Tuesday, December 1, 2009

Aw, Fuckabee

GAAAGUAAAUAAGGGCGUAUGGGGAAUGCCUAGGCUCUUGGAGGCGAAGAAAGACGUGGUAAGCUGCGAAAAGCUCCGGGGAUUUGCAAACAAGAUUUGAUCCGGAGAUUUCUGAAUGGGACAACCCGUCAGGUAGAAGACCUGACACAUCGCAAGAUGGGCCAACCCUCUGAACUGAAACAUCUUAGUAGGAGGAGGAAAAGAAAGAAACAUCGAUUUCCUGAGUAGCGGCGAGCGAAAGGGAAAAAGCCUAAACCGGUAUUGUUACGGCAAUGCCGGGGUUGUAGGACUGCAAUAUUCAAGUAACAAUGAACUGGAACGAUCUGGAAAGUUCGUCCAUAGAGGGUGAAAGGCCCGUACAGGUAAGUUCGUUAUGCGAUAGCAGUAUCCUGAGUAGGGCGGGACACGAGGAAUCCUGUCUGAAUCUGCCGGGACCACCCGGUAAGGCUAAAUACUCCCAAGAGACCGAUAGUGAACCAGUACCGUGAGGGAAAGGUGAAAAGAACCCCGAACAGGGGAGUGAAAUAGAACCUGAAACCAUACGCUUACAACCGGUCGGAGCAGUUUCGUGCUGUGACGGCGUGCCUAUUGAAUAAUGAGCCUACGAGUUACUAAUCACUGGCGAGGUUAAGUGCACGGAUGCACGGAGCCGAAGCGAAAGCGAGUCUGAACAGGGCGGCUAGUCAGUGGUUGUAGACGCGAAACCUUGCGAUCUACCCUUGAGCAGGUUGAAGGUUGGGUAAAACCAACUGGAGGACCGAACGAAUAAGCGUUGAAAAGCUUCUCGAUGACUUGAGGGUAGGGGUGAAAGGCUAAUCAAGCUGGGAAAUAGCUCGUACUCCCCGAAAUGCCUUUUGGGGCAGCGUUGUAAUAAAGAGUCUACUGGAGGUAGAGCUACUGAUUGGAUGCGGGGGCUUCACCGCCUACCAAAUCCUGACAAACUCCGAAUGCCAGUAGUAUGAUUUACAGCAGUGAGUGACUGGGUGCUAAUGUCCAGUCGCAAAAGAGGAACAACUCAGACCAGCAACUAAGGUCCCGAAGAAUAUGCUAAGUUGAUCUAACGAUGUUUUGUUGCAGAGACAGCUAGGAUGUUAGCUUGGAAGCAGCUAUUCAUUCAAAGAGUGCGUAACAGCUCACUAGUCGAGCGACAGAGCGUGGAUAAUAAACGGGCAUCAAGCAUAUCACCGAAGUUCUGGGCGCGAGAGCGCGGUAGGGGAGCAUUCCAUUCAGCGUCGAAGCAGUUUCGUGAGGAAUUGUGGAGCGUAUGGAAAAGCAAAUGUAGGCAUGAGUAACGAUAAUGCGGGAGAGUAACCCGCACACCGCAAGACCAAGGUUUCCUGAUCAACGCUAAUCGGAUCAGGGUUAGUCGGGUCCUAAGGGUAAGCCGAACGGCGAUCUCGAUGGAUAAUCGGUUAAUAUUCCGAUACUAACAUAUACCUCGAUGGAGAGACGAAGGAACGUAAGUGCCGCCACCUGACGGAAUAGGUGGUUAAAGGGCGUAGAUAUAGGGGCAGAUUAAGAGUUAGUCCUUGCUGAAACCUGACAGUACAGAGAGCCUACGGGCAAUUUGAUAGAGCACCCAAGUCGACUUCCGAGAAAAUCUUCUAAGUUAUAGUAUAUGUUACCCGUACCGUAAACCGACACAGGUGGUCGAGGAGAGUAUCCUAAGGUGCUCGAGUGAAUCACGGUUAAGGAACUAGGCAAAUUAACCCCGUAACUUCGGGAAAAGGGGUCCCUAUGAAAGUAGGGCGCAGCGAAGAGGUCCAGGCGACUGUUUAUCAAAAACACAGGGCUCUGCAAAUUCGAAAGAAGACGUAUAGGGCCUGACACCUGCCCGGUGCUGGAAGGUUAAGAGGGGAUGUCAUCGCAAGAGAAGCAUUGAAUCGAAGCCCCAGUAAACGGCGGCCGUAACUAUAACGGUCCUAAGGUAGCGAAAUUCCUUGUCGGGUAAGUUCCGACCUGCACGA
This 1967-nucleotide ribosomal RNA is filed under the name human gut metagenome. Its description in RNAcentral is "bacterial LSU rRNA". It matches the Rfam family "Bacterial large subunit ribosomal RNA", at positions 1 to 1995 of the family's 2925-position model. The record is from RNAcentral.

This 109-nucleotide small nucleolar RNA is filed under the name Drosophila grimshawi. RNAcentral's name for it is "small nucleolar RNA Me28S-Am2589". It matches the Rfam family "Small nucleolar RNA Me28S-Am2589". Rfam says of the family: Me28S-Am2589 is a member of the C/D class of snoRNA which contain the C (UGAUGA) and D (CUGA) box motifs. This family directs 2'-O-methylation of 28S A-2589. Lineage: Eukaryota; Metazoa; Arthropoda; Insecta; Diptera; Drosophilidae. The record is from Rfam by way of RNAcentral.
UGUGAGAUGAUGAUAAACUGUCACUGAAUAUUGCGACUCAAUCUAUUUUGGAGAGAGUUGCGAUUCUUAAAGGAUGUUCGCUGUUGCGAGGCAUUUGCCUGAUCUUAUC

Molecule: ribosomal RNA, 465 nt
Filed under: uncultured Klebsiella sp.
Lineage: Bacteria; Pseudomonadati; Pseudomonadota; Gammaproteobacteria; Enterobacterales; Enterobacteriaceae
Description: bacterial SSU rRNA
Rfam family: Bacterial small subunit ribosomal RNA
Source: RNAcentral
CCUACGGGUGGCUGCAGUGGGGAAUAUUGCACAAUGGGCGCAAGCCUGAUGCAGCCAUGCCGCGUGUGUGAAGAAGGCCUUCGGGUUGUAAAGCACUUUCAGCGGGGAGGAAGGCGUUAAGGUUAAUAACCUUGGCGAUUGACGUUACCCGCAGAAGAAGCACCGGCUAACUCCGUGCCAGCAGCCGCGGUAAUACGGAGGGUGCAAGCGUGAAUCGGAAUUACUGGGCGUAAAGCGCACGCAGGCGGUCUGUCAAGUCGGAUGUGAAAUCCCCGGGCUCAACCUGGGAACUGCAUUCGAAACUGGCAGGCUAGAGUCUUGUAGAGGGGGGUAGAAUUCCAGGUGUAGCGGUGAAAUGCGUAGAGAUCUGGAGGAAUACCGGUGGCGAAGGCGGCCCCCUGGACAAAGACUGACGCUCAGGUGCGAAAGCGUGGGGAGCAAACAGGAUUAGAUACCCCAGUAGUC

Last Sunday, four Seattle police officers were shot and killed allegedly by Maurice Clemmons, an ex-con who'd previously been locked up in Arkansas for aggravated robbery. In 2000, when Mike Huckabee was governor of Arkansas, he commuted Clemmons' 108-year prison sentence and set him free. Now, some are blaming Huckabee for the deaths of these Seattle cops, since Clemmons would still be in jail if Huckabee hadn't shown him mercy. It's a tricky situation for Huckabee. He's created a reputation for himself as the Rick Warren of politics, an evangelical Christian with a cuddly layer of kindness and understanding. He thinks evolution is bunk, and he's perfectly happy denying gay people their civil rights, but he'd rather talk these things out and crack a couple of jokes than scream them out and crack a couple of skulls. This conservative core with a thick coat of folksy charm has positioned Huckabee as a frontrunner for the 2012 Republican presidential nomination. (No, it won't be Sarah Palin. Despite all the attention she gets from the media, even the GOP leaders know she's crackers. Right now, it's a contest between Mitt Romney and Huckabee.) The problem here is that Republicans have really embraced the core values of cruel and unusual punishment over the years. There's nothing they'd rather do than torture a prisoner, and many of them see trying suspected terrorists in a Constitutional court of law as tantamount to high treason. Make no mistake about it: Huckabee was right to question Clemmons' 108-year sentence for committing a robbery when he was seventeen years old. But as Michael Dukakis' eyebrows can tell you, the GOP have a hard time distinguishing between mercy and softness on crime. Even worse, it looks like many of the 1,033 pardons or sentence reductions Huckabee granted while in office were granted for religious reasons. He either met the convicts in person or was sent letters telling him how they'd found Jesus. It would be interesting to see how many of those went on to commit more crimes once they were free. I suspect the percentage isn't anything significant. But it's tough to explain hard numbers when four cops have just been murdered. Huckabee says this isn't his fault so much as the fault of Arkansas' justice system, which never should have thrown a teenager in jail for 108 years in the first place. He may be right. But I have a feeling the Republican party may be a tough sell when it comes to being reasonable. More details here.